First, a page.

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Sunquakes...are they a sign of an increasing solar cycle?

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THE FIRST SUNQUAKE OF SOLAR CYCLE 25: Twenty-six years ago, researchers discovered seismic activity on the sun. A team led by Dr. Alexander Kosovichev, then at Stanford University, found circular waves rippling from the core of some solar flares, like this:

Above: The first known sunquake, recorded by SOHO on July 9, 1996. [more]

They named the tremors "sunquakes"--much like earthquakes except incredibly more powerful. A typical sunquake contains 40,000 times the energy released in the great San Francisco earthquake of 1906. These solar seismic waves appear to be compression waves like the "P" waves generated by an earthquake. They travel through the sun's interior and probably recombine on the opposite side of the sun to create a faint duplicate of the original ripple pattern.

Kosovichev and colleagues have since observed hundreds of sunquakes. Not all flares produce them, which is a mystery. Moreover, the ripples behave strangely. A typical wave starts off at an initial speed of ~20,000 mph, then accelerates to a maximum of 250,000 mph before disappearing. No one knows exactly why.

"We have just detected the first sunquake of Solar Cycle 25," announces Kosovichev, who is now a professor at the New Jersey Institute of Technology (NJIT). "It rippled away from the X1.5-class solar flare of May 10, 2022." The movie below, centered on the blast site, shows concentric rings emerging from the turbulent surface of the sun:

Above: A sunquake on May 10, 2022. Dopplergram movie credit: NASA/SDO

When Kosovichev discovered sunquakes in 1996, he stretched the images fourfold to highlight the ripples for press releases. This week's sunquake he has left in its raw form--not quite as easy to see, but just as impressive for a different reason. "I wanted people to appreciate how the ripples are nearly overwhelmed by turbulence," he explains. "This is why it took us so long to discover them."

Solar Cycle 25 is intensifying rapidly and many more sunquakes are in the offing. The mysterious ripples could teach researchers a great deal about the magnetic underpinnings of sunspots and how they produce the strongest flares. "We are ready to learn," says Kosovichev. Let the tremors begin.

First of all I never knew this was a thing... second of all....What do these sunquakes mean? Like do they mean an intense solar cycle is going to happen? I know we don't know much about these but what do they signify? Do they signify an increase in solar activity?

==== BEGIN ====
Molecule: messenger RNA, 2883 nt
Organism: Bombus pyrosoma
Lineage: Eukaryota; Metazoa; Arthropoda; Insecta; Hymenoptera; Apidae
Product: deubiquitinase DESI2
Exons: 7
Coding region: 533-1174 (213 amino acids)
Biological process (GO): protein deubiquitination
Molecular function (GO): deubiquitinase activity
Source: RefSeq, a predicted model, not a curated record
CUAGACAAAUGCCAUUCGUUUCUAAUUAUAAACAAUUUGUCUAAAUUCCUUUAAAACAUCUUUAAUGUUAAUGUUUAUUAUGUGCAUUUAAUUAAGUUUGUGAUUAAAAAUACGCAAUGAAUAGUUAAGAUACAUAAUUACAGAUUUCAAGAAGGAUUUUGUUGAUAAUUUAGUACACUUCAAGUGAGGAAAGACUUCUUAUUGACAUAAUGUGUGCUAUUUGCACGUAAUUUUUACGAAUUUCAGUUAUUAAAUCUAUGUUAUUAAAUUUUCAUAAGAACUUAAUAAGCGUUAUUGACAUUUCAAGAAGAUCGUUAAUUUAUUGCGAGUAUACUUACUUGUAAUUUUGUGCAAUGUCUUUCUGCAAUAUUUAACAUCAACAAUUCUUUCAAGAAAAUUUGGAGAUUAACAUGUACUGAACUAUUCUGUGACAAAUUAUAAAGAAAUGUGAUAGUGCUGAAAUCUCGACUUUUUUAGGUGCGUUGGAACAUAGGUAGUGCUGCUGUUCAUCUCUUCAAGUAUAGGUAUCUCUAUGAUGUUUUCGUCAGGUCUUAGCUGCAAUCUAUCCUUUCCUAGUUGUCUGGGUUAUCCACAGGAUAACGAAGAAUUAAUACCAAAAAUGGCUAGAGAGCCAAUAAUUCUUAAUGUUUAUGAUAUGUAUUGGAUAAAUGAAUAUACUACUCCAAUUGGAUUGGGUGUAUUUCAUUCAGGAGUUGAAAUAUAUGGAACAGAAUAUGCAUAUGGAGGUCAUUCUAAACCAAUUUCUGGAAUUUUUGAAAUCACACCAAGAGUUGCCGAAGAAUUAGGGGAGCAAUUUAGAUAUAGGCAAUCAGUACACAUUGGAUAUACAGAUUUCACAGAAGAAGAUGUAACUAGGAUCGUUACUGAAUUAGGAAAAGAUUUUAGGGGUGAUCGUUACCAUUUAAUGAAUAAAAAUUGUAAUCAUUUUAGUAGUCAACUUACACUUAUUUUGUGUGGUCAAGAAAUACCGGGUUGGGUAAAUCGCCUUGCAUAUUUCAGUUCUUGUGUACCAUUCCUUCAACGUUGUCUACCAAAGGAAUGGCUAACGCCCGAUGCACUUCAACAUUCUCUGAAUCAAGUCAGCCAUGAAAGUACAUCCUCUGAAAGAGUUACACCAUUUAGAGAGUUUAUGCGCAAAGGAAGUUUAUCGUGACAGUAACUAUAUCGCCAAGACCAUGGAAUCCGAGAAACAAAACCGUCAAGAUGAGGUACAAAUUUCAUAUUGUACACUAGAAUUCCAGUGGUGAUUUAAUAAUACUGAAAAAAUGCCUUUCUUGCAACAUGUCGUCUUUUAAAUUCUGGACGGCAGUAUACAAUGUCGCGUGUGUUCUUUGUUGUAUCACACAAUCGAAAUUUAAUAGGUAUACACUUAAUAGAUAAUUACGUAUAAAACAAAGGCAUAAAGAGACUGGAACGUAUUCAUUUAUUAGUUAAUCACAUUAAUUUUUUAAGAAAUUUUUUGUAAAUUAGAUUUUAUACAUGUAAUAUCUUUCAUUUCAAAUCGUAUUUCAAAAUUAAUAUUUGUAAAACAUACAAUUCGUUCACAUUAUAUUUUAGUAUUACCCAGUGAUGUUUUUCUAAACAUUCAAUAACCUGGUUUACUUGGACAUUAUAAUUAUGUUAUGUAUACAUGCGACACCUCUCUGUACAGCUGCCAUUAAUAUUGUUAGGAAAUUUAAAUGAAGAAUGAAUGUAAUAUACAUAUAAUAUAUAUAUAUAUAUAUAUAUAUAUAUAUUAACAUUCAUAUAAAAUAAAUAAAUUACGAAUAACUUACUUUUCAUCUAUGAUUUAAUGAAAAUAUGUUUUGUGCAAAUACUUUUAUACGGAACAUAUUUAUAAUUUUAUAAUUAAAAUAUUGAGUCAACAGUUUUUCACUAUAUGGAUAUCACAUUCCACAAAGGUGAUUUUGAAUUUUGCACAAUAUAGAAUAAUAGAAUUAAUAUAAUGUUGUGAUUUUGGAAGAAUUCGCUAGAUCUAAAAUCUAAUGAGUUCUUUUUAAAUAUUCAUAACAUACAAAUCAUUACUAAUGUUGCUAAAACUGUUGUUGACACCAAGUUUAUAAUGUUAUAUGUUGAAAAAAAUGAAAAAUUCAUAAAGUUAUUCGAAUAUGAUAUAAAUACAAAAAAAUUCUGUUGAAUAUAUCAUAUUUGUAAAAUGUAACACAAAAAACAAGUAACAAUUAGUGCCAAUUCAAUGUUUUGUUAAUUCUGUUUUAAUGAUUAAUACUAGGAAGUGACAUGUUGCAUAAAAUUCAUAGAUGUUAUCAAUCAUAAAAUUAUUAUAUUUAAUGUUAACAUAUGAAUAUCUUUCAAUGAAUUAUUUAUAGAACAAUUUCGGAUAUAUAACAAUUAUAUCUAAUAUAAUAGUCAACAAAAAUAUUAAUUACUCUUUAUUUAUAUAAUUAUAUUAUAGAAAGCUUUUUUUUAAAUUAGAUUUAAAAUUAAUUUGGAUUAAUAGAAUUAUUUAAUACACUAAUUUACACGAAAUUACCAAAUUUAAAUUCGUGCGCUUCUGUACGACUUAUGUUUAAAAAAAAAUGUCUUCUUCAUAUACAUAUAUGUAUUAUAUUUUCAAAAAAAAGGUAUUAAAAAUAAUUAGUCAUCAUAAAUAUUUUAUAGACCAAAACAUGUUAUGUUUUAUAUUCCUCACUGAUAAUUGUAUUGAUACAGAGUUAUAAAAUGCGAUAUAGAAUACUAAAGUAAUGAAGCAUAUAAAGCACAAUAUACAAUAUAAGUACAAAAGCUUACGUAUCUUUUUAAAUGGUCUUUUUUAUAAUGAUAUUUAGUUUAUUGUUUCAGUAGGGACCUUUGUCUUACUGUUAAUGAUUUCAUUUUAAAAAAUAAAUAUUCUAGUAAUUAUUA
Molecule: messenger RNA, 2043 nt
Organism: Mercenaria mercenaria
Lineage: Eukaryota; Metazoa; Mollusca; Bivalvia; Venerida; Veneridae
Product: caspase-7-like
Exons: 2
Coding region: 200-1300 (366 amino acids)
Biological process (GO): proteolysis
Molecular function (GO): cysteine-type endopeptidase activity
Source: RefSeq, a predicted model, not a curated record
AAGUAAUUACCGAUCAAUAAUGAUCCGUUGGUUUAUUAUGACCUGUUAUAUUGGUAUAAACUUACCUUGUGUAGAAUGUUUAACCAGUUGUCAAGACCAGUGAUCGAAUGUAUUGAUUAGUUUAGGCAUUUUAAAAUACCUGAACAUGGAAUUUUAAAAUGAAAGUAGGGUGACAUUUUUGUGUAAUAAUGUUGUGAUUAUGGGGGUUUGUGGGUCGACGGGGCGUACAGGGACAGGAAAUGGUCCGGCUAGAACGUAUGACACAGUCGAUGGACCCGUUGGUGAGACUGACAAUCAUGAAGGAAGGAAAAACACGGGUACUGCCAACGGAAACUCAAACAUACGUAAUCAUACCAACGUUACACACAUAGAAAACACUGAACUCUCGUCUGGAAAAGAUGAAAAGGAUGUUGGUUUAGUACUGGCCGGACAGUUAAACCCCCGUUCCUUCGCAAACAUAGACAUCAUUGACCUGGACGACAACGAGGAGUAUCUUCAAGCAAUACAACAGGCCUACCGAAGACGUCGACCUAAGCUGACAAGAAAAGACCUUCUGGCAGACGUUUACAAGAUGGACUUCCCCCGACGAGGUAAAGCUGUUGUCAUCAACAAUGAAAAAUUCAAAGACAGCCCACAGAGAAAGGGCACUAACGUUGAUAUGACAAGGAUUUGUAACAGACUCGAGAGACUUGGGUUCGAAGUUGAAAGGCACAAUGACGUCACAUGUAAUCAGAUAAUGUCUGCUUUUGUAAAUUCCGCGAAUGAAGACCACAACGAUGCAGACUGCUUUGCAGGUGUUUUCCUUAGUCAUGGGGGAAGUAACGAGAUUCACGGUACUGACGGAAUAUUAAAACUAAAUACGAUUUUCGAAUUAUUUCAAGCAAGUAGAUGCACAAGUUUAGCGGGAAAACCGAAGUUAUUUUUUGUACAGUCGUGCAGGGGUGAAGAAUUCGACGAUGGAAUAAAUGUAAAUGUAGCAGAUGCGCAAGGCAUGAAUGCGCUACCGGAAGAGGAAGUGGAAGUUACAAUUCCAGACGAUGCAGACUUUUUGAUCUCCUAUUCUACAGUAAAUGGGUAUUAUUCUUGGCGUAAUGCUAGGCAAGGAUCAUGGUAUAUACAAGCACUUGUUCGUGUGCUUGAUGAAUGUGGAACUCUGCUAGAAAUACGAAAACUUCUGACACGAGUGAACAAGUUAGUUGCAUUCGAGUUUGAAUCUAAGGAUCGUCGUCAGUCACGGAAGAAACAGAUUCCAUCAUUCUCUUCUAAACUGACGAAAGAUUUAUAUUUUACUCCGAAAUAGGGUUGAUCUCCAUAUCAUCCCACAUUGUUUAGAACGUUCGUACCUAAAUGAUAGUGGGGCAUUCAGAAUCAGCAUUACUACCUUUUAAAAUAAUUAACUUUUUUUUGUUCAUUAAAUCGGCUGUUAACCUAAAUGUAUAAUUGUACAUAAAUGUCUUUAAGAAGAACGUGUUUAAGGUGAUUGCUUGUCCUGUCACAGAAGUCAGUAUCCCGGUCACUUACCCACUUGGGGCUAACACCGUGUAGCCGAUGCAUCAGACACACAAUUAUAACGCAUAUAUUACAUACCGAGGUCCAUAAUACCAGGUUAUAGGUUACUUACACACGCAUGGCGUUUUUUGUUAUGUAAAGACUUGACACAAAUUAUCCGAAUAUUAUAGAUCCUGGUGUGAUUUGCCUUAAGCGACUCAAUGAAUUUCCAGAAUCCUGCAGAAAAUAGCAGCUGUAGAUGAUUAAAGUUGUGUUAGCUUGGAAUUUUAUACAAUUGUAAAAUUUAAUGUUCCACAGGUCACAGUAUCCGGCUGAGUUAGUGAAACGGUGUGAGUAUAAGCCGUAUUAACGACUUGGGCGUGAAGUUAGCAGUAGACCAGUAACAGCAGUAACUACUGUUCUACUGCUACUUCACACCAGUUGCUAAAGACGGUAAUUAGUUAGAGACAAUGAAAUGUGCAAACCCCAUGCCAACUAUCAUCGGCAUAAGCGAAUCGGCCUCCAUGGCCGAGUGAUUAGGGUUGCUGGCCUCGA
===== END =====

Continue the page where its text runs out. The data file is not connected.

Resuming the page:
This is kind of uncanny to me...

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The sun undergoes a roughly 11-year cycle in which sunspot and flare activity intensifies to a peak before falling again. Currently we are in the rapidly intensifying part of the cycle, which means we can expect more sunquakes in the next couple years. 


12673 of solar cycle 24 produced an X9.3 flare on 06/09/2017. 

Before this happened, they could measure several solar quakes in this region.

Serg Zharkov mentioned that these could be a sign of a much larger X-flare.

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I think all they mean is that there's more solar flares going on than years prior, not that they'll signal a stronger solar cycle.
Also, from the very little I've found when I searched "do sunquakes lead to strong flares" (which included this 2020 article from SciTechDaily), it seems like sunquakes could be related to stronger flares. However, it also mentions that about half of the medium-sized flares that were cataloged had sunquakes, so it probably needs more studying done in order to confirm whether or not sunquakes signal larger X-Class flares.

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Considering that they've only been known to science for about two cycles, I have a feeling that there might not be a lot of data about this phenomenon yet. We might have suggestions of what it could mean, but as always in all science, you typically need plenty of repetitive proof before you can say that there's a causal relationship between any two things. Sometimes two things can happen right after another merely by chance, and it can seem like they're related while in reality they are not. I've also just heard about this phenomenon for the first time. I had heard about moonquakes though, and I think they must be more similar to what we have on Earth. Sunquakes somehow seem quite a bit more exotic, considering what the Sun is made of. I'm just happy for the people in heliophysics now, I'm sure they'll learn a lot from this cycle again.

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